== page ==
Strong result for Scott Technology

John Kippenberger. Photo: Supplied
John Kippenberger. Photo: Supplied
Scott Technology has notched up another strong full-year financial result and already has a record $190 million in forward orders.

The automation and robotics solutions provider announced its results yesterday for the year ended August 31, which showed an 8% increase in revenue to $222 million and a 14% increase in ebitda to $24 million.

Net profit after tax was up 51% at $12.7 million and reported net profit after tax was $0.1 million as it captured $12.6 million of non-cash write-offs from the discontinued United States-based Robotworx operation, a statement to the NZX said.

Margins grew to 24% despite inflationary and supply chain pressures, while directors declared an unimputed dividend of 4c per share, payable on November 22, to take the full-year dividend to 8c.

Operating cash flow of $6.3 million was lower than the previous comparative period of $13.4 million, as the company’s revenue growth and global supply chain pressures increased debtors and inventory respectively, the company said.

With global pressures easing, a programme was under way to return safety inventory back to cash. The group had cash in the bank of $3.9 million on August 31, while its net debt position was $8 million as funding was invested in growth and working capital.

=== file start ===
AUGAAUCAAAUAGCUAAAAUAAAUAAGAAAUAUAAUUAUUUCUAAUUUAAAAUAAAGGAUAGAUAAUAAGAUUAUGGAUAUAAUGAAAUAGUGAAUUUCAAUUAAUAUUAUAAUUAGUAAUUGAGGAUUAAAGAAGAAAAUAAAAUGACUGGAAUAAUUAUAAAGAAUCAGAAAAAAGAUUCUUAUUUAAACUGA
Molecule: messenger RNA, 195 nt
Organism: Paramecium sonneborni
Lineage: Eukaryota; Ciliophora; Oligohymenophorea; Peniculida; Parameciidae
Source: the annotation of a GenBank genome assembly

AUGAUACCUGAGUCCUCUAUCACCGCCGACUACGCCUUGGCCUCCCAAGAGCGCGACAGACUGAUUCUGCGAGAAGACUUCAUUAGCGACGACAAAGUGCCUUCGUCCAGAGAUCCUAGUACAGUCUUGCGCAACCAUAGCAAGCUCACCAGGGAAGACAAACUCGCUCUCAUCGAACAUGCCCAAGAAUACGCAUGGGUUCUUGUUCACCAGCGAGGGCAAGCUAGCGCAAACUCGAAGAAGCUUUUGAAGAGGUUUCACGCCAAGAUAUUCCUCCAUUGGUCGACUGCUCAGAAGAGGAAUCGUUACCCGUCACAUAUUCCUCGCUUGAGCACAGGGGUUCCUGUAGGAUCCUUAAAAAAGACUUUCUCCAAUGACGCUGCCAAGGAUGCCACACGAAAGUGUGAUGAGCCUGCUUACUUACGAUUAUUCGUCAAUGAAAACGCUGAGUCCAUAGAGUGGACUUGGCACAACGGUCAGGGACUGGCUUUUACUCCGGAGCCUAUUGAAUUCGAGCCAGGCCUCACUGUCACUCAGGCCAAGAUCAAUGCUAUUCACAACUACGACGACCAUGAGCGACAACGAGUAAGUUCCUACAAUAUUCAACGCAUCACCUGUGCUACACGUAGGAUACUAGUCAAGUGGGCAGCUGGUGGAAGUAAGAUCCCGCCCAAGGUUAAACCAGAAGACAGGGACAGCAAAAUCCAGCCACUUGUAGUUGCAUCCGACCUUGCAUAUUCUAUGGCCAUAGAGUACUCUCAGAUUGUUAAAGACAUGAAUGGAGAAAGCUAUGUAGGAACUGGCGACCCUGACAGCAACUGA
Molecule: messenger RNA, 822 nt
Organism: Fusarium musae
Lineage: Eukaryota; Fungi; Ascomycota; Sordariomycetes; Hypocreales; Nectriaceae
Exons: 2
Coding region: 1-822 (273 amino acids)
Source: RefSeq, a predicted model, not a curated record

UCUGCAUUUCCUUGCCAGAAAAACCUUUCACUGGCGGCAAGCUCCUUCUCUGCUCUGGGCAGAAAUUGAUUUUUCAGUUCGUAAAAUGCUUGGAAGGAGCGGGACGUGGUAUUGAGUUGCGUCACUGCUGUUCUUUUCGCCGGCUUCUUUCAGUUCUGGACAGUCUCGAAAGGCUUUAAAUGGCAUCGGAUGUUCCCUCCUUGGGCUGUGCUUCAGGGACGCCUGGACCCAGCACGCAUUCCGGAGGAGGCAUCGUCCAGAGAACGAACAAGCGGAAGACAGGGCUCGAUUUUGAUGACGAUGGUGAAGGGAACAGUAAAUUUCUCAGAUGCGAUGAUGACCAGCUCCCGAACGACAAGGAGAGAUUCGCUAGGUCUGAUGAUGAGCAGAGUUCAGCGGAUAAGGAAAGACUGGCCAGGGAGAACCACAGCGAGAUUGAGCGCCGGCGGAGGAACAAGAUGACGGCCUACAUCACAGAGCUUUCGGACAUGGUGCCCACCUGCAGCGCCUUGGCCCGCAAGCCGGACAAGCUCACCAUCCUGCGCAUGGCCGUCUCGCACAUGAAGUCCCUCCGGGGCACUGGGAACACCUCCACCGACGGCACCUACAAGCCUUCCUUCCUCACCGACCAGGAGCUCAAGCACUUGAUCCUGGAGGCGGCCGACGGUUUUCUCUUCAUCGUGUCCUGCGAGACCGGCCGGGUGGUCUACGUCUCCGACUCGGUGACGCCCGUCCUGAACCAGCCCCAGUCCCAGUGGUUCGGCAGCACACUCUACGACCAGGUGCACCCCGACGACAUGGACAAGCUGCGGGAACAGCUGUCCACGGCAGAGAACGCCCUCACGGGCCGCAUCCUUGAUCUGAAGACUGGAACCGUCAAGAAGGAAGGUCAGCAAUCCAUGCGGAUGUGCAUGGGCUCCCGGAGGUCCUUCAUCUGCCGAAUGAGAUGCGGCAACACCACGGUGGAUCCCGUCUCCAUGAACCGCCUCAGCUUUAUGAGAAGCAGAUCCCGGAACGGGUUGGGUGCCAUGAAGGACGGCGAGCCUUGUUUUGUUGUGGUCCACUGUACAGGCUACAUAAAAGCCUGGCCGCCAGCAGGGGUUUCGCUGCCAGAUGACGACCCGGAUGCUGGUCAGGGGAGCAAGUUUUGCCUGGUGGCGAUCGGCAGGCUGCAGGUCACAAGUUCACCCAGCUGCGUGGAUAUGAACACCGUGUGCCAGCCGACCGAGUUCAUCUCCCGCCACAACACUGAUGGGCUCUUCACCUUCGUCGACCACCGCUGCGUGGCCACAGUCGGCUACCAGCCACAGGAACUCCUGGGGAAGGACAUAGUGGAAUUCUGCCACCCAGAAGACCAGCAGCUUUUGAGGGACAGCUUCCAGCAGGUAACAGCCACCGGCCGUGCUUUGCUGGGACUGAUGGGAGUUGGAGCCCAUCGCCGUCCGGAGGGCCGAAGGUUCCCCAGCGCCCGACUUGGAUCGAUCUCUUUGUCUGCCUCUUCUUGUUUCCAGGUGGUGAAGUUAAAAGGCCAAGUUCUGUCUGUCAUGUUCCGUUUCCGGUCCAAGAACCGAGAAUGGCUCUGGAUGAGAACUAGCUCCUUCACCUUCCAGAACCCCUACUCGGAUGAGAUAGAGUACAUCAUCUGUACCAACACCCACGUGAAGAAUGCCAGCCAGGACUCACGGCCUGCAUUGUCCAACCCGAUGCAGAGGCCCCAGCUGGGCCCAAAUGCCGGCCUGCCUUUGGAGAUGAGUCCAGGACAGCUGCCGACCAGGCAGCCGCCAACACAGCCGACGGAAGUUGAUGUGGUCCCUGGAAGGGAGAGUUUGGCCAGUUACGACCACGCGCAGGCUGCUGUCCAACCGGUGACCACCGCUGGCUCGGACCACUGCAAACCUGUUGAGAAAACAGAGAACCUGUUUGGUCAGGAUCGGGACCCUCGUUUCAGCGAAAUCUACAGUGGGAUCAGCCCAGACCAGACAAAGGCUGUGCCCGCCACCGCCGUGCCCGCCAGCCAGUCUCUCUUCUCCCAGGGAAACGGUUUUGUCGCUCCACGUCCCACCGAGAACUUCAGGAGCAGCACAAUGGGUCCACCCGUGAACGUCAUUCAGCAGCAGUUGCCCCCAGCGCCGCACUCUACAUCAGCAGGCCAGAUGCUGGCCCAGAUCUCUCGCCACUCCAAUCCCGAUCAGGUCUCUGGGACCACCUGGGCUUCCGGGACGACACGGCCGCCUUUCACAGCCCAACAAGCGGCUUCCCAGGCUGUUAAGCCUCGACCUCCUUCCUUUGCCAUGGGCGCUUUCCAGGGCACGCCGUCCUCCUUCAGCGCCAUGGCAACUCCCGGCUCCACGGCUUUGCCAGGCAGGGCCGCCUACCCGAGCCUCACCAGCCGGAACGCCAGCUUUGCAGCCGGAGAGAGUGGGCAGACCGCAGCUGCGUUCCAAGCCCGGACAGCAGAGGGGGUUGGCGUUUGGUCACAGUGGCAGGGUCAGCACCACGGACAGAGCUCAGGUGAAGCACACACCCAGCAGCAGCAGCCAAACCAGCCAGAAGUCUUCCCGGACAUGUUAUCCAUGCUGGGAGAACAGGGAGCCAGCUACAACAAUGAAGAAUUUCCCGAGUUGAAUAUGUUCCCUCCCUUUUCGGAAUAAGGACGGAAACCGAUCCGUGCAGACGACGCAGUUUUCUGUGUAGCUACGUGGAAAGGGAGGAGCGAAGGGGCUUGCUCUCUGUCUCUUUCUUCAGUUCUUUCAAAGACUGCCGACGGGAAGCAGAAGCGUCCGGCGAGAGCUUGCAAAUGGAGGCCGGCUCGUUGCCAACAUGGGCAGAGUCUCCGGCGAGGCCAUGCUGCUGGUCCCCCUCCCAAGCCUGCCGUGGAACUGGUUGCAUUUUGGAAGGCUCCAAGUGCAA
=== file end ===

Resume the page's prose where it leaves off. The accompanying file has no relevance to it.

Chief executive John Kippenberger praised the "team effort" across the Scott group amid what had been a challenging environment with external pressures including supply chain challenges and inflation.

Through a focus on its Scott 2025 strategy and sticking to what it was good at, the team had done a "really good job" and he was pleased with the outcome, he said.

Good growth had continued in its three core sectors — meat (which is based in Dunedin), materials handling and logistics (MHL) and mining — and he was delighted with the figure for forward orders.

"I think that’s real testimony to our strategy of playing to our strengths."

Demand continued to be driven by labour supply dynamics, Mr Kippenberger said.

There was an ongoing appetite for automation in the meat industry and, in the global mining sector, he saw new minerals adding to the drive for mining equipment.

Even with the global situation — and it was not a straightforward environment to operate in — he believed 2022 was the first real year where the "true power of Scott 2025" was starting to be shown. Scott was signing big contracts with the world’s largest food and mining companies, he said.

The supply chain was still very disrupted in terms of sourcing supplies of parts, computer chips and boards and control systems and he expected that would continue well through 2023.

To combat that, it was about managing inventories, making sure there was an inventory of spare parts and putting more working capital into that inventory, Mr Kippenberger said.

Asked about Scott’s labour situation, Mr Kippenberger said the company was always looking for good-quality talent in most of its markets. The most challenging market in the past 12 months had been Australia, where there was quite a tightness in the labour supply market for engineers, while the United States had also got tighter but was starting to get slightly better.

He was delighted to be able to travel around the world again, as he was a great believer in big deals requiring discussion and meetings around the table, he said. It was also good to see Scott teams in markets that had been through a lot.

Another highlight had been the measurement and verification of carbon emissions across 70% of the business and he was inspired by the work that was going into "looking for opportunities to do better things for the world around us".